Daesh fighters have successfully managed to retake territory from the Iraqi Security Forces (ISF) after a brief yet “large and powerful” assault last night forced the ISF to withdraw entirely from villages under their control, Iraqi military sources have confirmed.
The clashes occurred just south of Shirqat, a district that was recaptured last month from Daesh by the ISF and with the support of the US-led coalition’s air power. The Iraqi government touted Daesh’s rout from Shirqat as a significant “stepping-stone” for the upcoming operation to retake Mosul, Iraq’s second largest city and Daesh’s last major urban stronghold in Iraq.
Iraqi military sources confirmed that Daesh managed to infiltrate their positions after advancing from the eastern bank of the Tigris River that flows by Shirqat and the Makhoul mountains where Daesh has a presence.
Daesh fighters then managed to surprise and assault ISF positions in a “rapid and aggressive manner.” The ISF was then forced to withdraw, allowing Daesh’s subsequent control over the village of Khanouga which lies just ten kilometres south of Shirqat.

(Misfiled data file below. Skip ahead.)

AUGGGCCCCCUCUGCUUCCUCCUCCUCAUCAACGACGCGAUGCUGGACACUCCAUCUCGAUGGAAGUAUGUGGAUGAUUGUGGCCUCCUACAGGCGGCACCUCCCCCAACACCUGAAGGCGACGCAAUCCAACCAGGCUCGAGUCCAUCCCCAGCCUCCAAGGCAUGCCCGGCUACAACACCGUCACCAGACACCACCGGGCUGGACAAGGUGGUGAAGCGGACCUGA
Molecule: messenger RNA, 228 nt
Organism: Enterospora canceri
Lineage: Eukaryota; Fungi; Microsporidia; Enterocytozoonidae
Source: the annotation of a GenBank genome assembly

As a precautionary measure against further Daesh attacks, ISF troops evacuated Khanouga and also imposed a curfew on the town of Shirqat in order to monitor potential threats. This was reportedly followed by Iraqi government airstrikes, but not that of the international coalition.
This is not the first time that Iraqi forces have been forced to flee after the US-led coalition focused its air power on a different sector.
Earlier today, 13 ISF soldiers were killed and a further 24 wounded after Daesh assaulted their positions in the western Iraqi Anbar Province. This could demonstrate that, without foreign air power, Iraqi forces would be incapable of fighting Daesh effectively.